For Immediate Release: Wednesday, September 12, 2012
Contact: Phoebe Silag or Donte Donald, firstname.lastname@example.org 202-775-8810
Poverty and income trends continue to paint bleak picture, while safety net offsets loss of ESI
The 2011 poverty and income data released this morning by the U.S. Census Bureau are yet another reminder of the persistent weight of the Great Recession on families in the United States. Although the Great Recession officially ended in the summer of 2009, the labor market continued deteriorating through early 2010 and essentially stagnated through 2011, seeing just enough job growth to keep up with population growth. Between 2010 and 2011, the median man and median woman working full-time full-year saw their earnings drop by 2.5 percent as persistent high unemployment hurt earnings growth. Over the same time, the income of the top 5 percent grew by 5.1 percent, while the middle-fifth (the heart of the middle class) saw a drop of 1.7 percent. The poverty rate declined from 15.1 percent in 2010 to 15.0 percent in 2011, while the number of people living below the poverty line held steady at 46.2 million.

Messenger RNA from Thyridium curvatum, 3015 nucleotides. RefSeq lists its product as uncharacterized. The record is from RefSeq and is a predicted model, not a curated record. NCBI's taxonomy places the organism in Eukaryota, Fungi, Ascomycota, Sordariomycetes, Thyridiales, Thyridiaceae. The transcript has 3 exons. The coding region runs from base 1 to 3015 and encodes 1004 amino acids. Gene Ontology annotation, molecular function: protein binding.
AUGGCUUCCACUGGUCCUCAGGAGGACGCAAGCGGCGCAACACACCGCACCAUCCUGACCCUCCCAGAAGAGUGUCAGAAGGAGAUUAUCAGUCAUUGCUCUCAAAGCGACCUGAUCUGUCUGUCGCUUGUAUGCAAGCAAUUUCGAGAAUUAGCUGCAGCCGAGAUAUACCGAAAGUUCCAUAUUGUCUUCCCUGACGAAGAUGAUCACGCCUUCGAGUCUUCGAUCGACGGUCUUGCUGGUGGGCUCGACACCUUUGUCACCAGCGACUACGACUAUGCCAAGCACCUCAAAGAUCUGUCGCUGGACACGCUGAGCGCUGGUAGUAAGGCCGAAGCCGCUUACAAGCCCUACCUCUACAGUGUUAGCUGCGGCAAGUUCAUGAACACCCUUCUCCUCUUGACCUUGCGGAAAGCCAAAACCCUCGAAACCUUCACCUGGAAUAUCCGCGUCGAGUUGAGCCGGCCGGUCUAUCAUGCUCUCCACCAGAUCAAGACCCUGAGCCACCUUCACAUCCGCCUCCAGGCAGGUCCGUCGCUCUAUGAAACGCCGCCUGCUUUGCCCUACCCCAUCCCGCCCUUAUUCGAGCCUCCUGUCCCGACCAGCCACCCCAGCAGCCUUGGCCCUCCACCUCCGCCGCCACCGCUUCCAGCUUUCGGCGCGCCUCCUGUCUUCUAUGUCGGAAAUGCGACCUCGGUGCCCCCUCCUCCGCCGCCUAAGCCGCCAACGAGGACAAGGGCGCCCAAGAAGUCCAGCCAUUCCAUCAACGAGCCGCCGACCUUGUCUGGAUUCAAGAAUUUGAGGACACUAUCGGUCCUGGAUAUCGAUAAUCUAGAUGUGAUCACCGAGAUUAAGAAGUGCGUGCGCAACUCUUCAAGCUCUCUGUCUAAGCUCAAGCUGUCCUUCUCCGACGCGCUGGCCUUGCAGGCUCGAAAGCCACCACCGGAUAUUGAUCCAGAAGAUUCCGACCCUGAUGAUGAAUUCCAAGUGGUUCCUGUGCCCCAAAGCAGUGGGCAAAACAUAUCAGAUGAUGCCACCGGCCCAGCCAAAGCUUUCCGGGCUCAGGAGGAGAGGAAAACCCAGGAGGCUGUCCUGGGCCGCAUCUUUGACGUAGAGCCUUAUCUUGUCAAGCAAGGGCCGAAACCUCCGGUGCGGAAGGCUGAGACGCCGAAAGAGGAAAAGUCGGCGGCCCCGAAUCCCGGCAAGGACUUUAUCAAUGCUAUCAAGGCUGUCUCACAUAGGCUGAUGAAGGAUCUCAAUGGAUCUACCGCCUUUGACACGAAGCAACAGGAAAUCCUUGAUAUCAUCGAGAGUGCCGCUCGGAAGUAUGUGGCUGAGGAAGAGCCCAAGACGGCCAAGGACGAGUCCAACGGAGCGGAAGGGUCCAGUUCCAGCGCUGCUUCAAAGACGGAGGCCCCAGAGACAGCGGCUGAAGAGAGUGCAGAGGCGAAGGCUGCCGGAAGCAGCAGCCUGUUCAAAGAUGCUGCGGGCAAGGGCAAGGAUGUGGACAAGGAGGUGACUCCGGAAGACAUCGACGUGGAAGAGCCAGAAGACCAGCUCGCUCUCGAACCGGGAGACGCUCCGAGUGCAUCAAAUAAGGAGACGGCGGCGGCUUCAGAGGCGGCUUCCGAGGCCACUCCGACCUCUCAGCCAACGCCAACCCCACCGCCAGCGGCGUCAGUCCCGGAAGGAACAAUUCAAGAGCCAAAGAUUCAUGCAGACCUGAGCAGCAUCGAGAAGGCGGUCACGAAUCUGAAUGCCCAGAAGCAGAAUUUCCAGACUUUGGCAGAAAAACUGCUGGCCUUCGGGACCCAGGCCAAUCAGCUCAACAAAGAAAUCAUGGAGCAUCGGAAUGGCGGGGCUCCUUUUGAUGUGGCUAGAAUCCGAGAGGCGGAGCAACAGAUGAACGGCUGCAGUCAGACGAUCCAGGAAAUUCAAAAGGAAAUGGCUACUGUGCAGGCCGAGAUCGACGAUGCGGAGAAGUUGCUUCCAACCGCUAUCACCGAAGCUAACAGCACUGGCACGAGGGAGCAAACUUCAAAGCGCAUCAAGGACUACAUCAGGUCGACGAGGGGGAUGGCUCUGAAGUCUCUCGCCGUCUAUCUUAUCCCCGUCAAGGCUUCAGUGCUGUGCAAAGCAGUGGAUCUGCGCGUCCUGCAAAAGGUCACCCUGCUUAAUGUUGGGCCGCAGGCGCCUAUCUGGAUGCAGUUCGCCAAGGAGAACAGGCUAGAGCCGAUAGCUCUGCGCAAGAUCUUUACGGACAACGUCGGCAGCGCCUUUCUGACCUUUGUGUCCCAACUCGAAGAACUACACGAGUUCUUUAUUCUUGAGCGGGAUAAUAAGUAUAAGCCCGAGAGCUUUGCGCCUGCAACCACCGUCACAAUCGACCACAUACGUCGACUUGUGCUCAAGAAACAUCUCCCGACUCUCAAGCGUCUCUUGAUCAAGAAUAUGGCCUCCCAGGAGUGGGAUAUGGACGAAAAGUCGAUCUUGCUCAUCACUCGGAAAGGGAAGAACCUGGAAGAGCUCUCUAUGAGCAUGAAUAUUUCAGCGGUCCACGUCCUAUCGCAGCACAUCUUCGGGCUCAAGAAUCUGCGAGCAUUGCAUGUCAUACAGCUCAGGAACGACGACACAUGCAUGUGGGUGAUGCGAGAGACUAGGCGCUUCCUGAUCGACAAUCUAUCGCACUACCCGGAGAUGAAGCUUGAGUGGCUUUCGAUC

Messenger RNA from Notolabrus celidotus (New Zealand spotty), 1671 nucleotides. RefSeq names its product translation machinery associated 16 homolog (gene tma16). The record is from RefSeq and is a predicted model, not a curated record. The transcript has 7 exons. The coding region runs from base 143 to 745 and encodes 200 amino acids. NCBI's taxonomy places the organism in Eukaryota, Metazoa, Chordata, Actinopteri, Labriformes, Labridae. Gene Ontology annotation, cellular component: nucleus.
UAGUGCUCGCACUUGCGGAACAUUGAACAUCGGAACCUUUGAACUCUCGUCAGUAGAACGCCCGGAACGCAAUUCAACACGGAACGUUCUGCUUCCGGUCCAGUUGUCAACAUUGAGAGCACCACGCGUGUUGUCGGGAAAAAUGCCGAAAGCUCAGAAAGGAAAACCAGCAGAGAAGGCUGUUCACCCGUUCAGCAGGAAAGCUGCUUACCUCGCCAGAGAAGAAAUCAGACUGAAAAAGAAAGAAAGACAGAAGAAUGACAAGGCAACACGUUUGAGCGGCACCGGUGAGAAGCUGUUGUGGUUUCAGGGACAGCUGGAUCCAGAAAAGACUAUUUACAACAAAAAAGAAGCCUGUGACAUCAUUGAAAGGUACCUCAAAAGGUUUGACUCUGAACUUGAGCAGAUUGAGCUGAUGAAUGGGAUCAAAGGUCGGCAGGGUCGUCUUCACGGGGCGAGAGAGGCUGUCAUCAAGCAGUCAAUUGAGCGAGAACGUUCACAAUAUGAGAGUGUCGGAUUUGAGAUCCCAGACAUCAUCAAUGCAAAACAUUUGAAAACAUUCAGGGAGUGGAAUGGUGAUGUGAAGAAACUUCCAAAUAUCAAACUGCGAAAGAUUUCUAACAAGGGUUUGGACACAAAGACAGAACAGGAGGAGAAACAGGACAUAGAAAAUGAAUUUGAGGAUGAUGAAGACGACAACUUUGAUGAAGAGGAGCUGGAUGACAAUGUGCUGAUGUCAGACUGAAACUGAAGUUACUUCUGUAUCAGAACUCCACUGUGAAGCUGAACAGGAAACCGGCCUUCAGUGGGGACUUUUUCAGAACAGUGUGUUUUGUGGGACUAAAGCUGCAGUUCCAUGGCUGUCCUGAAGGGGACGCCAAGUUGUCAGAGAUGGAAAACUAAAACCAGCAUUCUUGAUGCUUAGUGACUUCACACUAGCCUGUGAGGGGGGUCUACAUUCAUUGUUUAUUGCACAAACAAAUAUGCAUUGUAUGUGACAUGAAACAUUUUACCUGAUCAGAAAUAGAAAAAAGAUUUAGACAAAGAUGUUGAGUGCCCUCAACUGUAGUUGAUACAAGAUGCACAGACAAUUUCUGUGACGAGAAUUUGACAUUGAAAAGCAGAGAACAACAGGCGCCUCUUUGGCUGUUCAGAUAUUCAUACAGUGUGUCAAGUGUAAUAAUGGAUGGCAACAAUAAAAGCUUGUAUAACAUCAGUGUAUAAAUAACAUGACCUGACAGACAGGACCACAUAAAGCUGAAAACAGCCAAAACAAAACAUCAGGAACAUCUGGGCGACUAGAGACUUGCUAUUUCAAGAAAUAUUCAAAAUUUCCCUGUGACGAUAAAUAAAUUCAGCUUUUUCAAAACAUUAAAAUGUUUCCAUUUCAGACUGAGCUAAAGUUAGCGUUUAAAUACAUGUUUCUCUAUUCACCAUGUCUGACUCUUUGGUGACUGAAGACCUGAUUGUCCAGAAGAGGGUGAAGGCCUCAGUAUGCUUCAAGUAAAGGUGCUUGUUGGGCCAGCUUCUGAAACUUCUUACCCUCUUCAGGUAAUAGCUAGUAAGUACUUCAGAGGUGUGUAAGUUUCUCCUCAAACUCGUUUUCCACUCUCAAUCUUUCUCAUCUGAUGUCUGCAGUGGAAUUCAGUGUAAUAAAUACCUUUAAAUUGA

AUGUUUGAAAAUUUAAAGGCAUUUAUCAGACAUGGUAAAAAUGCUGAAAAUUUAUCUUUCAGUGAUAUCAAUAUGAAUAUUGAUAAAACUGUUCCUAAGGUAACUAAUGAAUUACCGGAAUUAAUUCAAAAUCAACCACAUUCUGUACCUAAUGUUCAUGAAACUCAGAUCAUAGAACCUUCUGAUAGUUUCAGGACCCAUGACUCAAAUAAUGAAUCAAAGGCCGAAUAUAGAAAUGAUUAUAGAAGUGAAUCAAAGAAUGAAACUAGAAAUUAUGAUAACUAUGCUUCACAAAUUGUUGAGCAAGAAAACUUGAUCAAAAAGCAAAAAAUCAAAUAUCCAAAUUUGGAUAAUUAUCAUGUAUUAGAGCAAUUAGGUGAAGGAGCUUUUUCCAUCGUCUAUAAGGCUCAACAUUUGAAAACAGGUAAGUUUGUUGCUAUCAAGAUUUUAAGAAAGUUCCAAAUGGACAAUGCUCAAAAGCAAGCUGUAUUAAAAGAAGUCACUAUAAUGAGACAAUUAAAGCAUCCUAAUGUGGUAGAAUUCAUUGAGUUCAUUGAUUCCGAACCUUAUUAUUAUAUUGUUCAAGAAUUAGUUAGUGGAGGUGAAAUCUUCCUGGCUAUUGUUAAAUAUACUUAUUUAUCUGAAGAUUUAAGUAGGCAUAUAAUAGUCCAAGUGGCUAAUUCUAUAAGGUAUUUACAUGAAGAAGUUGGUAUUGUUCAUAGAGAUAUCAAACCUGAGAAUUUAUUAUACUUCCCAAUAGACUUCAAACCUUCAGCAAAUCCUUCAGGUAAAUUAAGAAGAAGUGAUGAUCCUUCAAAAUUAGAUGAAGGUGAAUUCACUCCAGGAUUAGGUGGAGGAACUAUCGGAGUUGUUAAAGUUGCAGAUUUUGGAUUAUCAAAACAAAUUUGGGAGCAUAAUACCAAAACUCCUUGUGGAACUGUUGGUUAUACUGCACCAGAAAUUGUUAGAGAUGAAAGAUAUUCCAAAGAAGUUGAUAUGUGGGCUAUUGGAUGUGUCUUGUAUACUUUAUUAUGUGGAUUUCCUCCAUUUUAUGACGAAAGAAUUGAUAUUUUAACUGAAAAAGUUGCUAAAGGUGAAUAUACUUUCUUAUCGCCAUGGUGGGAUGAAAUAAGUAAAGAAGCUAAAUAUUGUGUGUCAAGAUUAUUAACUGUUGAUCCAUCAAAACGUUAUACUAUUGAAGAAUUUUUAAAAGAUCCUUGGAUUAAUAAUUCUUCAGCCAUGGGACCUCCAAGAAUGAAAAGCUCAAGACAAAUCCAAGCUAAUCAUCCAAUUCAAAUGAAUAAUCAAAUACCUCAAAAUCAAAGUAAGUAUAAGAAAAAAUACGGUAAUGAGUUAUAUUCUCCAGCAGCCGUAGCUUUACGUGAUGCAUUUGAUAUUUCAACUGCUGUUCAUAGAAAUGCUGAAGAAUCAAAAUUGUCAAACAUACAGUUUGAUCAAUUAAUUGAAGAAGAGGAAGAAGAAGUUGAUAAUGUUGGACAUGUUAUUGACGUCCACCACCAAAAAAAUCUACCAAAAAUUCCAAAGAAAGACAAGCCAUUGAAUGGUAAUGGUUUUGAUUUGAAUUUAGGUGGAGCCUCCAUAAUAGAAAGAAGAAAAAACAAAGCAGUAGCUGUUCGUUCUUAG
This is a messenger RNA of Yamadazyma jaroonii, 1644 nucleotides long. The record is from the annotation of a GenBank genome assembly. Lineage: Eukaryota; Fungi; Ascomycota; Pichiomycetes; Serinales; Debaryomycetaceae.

In a separate analysis of Census data on health coverage, EPI economist Elise Gould analyzes the new health insurance data, which shows the number of uninsured Americans under age 65 fell from 49.2 million in 2010 to 47.9 million in 2011. When including those 65 and older, the number of uninsured Americans fell to 48.6 million in 2011. Gould explained that although employer-sponsored health insurance (ESI) declined for the eleventh year in a row, provisions in the Patient Protection and Affordable Care Act and crucial safety net programs like Medicaid/SCHIP helped keep the total share of people without insurance from rising in 2011.
EPI experts also posted analysis of the data to Working Economics, the EPI blog:
By the numbers: New Census Bureau data on poverty, income, and health insurance coverage by Elise Gould and Heidi Shierholz
Hispanic and single-black-father families see declines in poverty by Algernon Austin